Wandering without a Torch: Federalism as a Guiding Light

By Mancini, Mark | University of New Brunswick Law Journal, January 2016 | Go to article overview

Wandering without a Torch: Federalism as a Guiding Light


Mancini, Mark, University of New Brunswick Law Journal


"If the national mental illness of the United States is megalomania, that of Canada is paranoid schizophrenia."--Margaret Atwood (1)

INTRODUCTION AND BACKGROUND

It is uncontroversial to state that the constitutional entrenchment of an inherent right of Aboriginal self-government has vexed jurists, legislators, and Aboriginal peoples for generations over. The historic failure of the Charlottetown Accord is evidence of this vexation. The Charlottetown Accord would have entrenched a third order of Aboriginal self-government (similar to the provincial order of government set out in s.92 of the Constitution Act, 1867) and set out its relationship to the catalogue of federal and provincial powers in the Constitution Act, 1867." This third order of government would have been inherent: it would arise because of an Aboriginal group's distinctive history and would not be dependent on Crown sovereignty. Of course, that accord failed by referendum, leaving the Constitution devoid of any recognition of a third order of government in the Canadian constitutional framework. The aftermath of the Charlottetown Accord and the subsequent failure to explicitly entrench an inherent right of self-government for Aboriginal peoples can be chalked up to at least two historical problems: the common law method and the difficulty of constitutional amendment. Both of these historical problems contribute today to the wandering of Aboriginal peoples without a torch in the annals of constitutional law. Thus, wrapping our heads around these issues is vitally important; particularly as we enter an era of reconciliation in Canada, following the election of a government that promises to do more to build a nation-to-nation relationship.

The first historical problem is the common law system--the case law method and its interaction with the complex amending formula contained in the Canadian Constitution. Justice Antonin Scalia put the essence of the common law method succinctly:

   This is the image of the law-the common law-to which an aspiring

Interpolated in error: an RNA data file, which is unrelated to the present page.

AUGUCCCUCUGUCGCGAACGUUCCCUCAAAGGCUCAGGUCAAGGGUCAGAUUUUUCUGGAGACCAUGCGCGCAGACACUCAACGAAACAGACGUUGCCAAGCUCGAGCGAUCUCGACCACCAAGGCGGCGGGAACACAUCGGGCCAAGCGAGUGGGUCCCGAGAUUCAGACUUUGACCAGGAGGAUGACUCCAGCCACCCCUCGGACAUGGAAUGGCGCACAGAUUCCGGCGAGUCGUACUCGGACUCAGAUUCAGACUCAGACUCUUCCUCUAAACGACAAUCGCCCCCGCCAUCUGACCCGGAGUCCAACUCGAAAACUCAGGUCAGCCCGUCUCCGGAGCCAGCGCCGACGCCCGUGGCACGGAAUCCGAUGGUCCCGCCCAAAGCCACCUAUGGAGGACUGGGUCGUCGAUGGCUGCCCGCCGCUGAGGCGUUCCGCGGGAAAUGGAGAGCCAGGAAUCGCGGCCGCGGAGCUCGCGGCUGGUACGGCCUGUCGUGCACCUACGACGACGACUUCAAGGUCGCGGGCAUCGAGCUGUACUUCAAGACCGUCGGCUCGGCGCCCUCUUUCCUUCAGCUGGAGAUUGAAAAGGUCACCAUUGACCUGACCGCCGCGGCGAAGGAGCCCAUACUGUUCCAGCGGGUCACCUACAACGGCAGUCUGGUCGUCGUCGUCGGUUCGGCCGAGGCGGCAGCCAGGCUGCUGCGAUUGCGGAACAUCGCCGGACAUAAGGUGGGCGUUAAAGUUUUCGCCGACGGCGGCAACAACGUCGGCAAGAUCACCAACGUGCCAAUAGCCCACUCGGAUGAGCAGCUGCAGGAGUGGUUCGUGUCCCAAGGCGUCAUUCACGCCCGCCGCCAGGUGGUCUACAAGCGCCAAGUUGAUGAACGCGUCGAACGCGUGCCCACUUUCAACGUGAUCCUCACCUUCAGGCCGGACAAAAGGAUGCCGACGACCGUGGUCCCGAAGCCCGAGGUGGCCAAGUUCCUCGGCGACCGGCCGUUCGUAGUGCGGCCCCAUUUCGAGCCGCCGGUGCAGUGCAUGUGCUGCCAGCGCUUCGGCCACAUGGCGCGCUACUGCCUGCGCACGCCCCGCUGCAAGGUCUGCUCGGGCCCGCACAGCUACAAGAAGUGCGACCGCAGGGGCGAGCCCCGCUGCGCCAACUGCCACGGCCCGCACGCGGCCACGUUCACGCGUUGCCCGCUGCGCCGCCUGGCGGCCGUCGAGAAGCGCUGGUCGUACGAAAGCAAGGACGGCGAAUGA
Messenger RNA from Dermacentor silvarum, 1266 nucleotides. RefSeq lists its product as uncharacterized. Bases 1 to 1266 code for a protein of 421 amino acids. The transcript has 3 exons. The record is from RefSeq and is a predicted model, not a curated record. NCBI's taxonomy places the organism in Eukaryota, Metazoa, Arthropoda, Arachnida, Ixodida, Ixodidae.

[...] lawyer is first exposed, even if he has not read Holmes over
   the previous summer as he was supposed to. He learns the law, not
   by reading statutes that promulgate it or treatises that summarize
   it, but rather by studying the judicial opinions that invented it.
   This is the famous case-law method (3)

The natural corollary of the case law method ensures that lawyers litigate; as such, the fundamental issues of our time (including the question of inherent Aboriginal self-government) are punted to the courts. The common law method of adjudicating rights has also been supported by the advent of the Charter of Rights and Freedoms (the Charter). (4) On this issue, the courts have responded by declining to answer whether a right to Aboriginal self-government is an "existing" Aboriginal right contained in s. 35(1) of the Constitution Act, 1982, (5) With the Charter, we are left with both a political and legal void on the issue. (6)

The second historical problem is the notoriously difficult amendment process contained in the Constitution Act, 1982. For ordinary amendments to the Constitution, seven of the provinces representing 50% of the population must agree. (7) For some amendments, unanimous provincial consent is required. (8) The difficulty in amending the Constitution continues to lead to real political consequences; now, constitutional amendments are covered with the cloak of impossibility. As such, a generation of Aboriginal sympathizers and advocates in the common law tradition have forced Aboriginal issues to the courts.

These two historical forces have led us to the current page of Canada's constitutional story. Inherent (pre-existing and not granted by the Constitution) (9) Aboriginal self-government does not truly exist in Canada. In other words, "at the time of Confederation there was no independent recognition of the status of the jurisdiction of Aboriginal governments. …

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